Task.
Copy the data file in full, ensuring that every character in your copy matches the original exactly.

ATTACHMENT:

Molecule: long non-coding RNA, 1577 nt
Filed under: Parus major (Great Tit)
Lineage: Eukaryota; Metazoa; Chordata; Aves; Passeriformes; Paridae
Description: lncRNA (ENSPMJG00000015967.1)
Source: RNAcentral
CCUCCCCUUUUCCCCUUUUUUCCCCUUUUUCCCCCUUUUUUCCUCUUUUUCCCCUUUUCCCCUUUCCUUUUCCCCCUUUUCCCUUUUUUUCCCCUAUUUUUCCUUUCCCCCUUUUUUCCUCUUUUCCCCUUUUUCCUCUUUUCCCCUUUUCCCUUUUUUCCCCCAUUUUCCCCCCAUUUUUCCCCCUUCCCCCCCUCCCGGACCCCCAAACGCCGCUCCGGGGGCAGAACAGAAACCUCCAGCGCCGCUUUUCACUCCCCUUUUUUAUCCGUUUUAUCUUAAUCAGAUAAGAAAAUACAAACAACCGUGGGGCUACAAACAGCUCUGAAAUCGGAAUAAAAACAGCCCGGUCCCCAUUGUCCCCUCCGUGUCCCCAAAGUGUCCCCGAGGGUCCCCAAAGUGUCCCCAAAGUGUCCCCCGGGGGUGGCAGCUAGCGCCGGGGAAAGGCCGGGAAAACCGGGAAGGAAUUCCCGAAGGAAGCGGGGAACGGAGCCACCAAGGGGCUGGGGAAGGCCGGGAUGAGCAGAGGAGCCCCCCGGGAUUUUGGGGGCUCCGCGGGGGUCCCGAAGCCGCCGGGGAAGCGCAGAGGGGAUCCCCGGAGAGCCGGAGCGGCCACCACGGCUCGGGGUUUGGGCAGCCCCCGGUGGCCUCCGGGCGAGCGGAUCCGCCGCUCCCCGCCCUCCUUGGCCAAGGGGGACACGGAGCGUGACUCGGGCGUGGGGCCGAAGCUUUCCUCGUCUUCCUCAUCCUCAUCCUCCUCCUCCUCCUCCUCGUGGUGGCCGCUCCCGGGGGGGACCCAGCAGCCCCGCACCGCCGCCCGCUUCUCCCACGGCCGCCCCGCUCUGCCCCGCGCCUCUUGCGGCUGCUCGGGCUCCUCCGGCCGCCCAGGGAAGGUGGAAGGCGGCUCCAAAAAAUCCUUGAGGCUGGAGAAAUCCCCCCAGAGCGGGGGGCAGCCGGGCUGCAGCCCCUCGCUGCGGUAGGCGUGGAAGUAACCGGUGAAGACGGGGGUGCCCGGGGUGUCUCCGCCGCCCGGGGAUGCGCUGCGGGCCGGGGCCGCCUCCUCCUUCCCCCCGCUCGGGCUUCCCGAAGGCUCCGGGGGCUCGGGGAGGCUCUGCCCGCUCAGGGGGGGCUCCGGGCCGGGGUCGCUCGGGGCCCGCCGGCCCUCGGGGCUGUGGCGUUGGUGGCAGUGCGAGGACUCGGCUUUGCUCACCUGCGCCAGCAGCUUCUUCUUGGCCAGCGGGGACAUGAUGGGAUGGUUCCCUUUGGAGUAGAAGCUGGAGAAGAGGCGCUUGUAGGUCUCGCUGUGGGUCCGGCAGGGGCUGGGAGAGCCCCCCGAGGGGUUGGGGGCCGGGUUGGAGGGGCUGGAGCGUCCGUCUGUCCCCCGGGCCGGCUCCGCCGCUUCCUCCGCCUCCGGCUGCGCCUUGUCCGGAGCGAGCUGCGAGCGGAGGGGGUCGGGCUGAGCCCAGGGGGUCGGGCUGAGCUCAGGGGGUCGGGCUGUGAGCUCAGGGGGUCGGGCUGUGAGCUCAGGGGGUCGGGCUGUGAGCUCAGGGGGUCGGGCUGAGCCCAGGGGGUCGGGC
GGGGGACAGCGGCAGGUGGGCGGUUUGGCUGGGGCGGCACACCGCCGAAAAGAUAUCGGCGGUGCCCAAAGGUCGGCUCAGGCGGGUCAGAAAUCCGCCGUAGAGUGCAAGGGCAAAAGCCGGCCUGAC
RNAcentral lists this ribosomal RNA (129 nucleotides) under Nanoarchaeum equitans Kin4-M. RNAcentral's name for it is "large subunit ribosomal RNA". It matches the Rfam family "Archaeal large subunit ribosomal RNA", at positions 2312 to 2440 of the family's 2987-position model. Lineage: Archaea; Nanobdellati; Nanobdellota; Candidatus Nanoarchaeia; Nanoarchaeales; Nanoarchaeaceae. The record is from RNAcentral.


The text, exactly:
Molecule: long non-coding RNA, 1577 nt
Filed under: Parus major (Great Tit)
Lineage: Eukaryota; Metazoa; Chordata; Aves; Passeriformes; Paridae
Description: lncRNA (ENSPMJG00000015967.1)
Source: RNAcentral
CCUCCCCUUUUCCCCUUUUUUCCCCUUUUUCCCCCUUUUUUCCUCUUUUUCCCCUUUUCCCCUUUCCUUUUCCCCCUUUUCCCUUUUUUUCCCCUAUUUUUCCUUUCCCCCUUUUUUCCUCUUUUCCCCUUUUUCCUCUUUUCCCCUUUUCCCUUUUUUCCCCCAUUUUCCCCCCAUUUUUCCCCCUUCCCCCCCUCCCGGACCCCCAAACGCCGCUCCGGGGGCAGAACAGAAACCUCCAGCGCCGCUUUUCACUCCCCUUUUUUAUCCGUUUUAUCUUAAUCAGAUAAGAAAAUACAAACAACCGUGGGGCUACAAACAGCUCUGAAAUCGGAAUAAAAACAGCCCGGUCCCCAUUGUCCCCUCCGUGUCCCCAAAGUGUCCCCGAGGGUCCCCAAAGUGUCCCCAAAGUGUCCCCCGGGGGUGGCAGCUAGCGCCGGGGAAAGGCCGGGAAAACCGGGAAGGAAUUCCCGAAGGAAGCGGGGAACGGAGCCACCAAGGGGCUGGGGAAGGCCGGGAUGAGCAGAGGAGCCCCCCGGGAUUUUGGGGGCUCCGCGGGGGUCCCGAAGCCGCCGGGGAAGCGCAGAGGGGAUCCCCGGAGAGCCGGAGCGGCCACCACGGCUCGGGGUUUGGGCAGCCCCCGGUGGCCUCCGGGCGAGCGGAUCCGCCGCUCCCCGCCCUCCUUGGCCAAGGGGGACACGGAGCGUGACUCGGGCGUGGGGCCGAAGCUUUCCUCGUCUUCCUCAUCCUCAUCCUCCUCCUCCUCCUCCUCGUGGUGGCCGCUCCCGGGGGGGACCCAGCAGCCCCGCACCGCCGCCCGCUUCUCCCACGGCCGCCCCGCUCUGCCCCGCGCCUCUUGCGGCUGCUCGGGCUCCUCCGGCCGCCCAGGGAAGGUGGAAGGCGGCUCCAAAAAAUCCUUGAGGCUGGAGAAAUCCCCCCAGAGCGGGGGGCAGCCGGGCUGCAGCCCCUCGCUGCGGUAGGCGUGGAAGUAACCGGUGAAGACGGGGGUGCCCGGGGUGUCUCCGCCGCCCGGGGAUGCGCUGCGGGCCGGGGCCGCCUCCUCCUUCCCCCCGCUCGGGCUUCCCGAAGGCUCCGGGGGCUCGGGGAGGCUCUGCCCGCUCAGGGGGGGCUCCGGGCCGGGGUCGCUCGGGGCCCGCCGGCCCUCGGGGCUGUGGCGUUGGUGGCAGUGCGAGGACUCGGCUUUGCUCACCUGCGCCAGCAGCUUCUUCUUGGCCAGCGGGGACAUGAUGGGAUGGUUCCCUUUGGAGUAGAAGCUGGAGAAGAGGCGCUUGUAGGUCUCGCUGUGGGUCCGGCAGGGGCUGGGAGAGCCCCCCGAGGGGUUGGGGGCCGGGUUGGAGGGGCUGGAGCGUCCGUCUGUCCCCCGGGCCGGCUCCGCCGCUUCCUCCGCCUCCGGCUGCGCCUUGUCCGGAGCGAGCUGCGAGCGGAGGGGGUCGGGCUGAGCCCAGGGGGUCGGGCUGAGCUCAGGGGGUCGGGCUGUGAGCUCAGGGGGUCGGGCUGUGAGCUCAGGGGGUCGGGCUGUGAGCUCAGGGGGUCGGGCUGAGCCCAGGGGGUCGGGC
GGGGGACAGCGGCAGGUGGGCGGUUUGGCUGGGGCGGCACACCGCCGAAAAGAUAUCGGCGGUGCCCAAAGGUCGGCUCAGGCGGGUCAGAAAUCCGCCGUAGAGUGCAAGGGCAAAAGCCGGCCUGAC
RNAcentral lists this ribosomal RNA (129 nucleotides) under Nanoarchaeum equitans Kin4-M. RNAcentral's name for it is "large subunit ribosomal RNA". It matches the Rfam family "Archaeal large subunit ribosomal RNA", at positions 2312 to 2440 of the family's 2987-position model. Lineage: Archaea; Nanobdellati; Nanobdellota; Candidatus Nanoarchaeia; Nanoarchaeales; Nanoarchaeaceae. The record is from RNAcentral.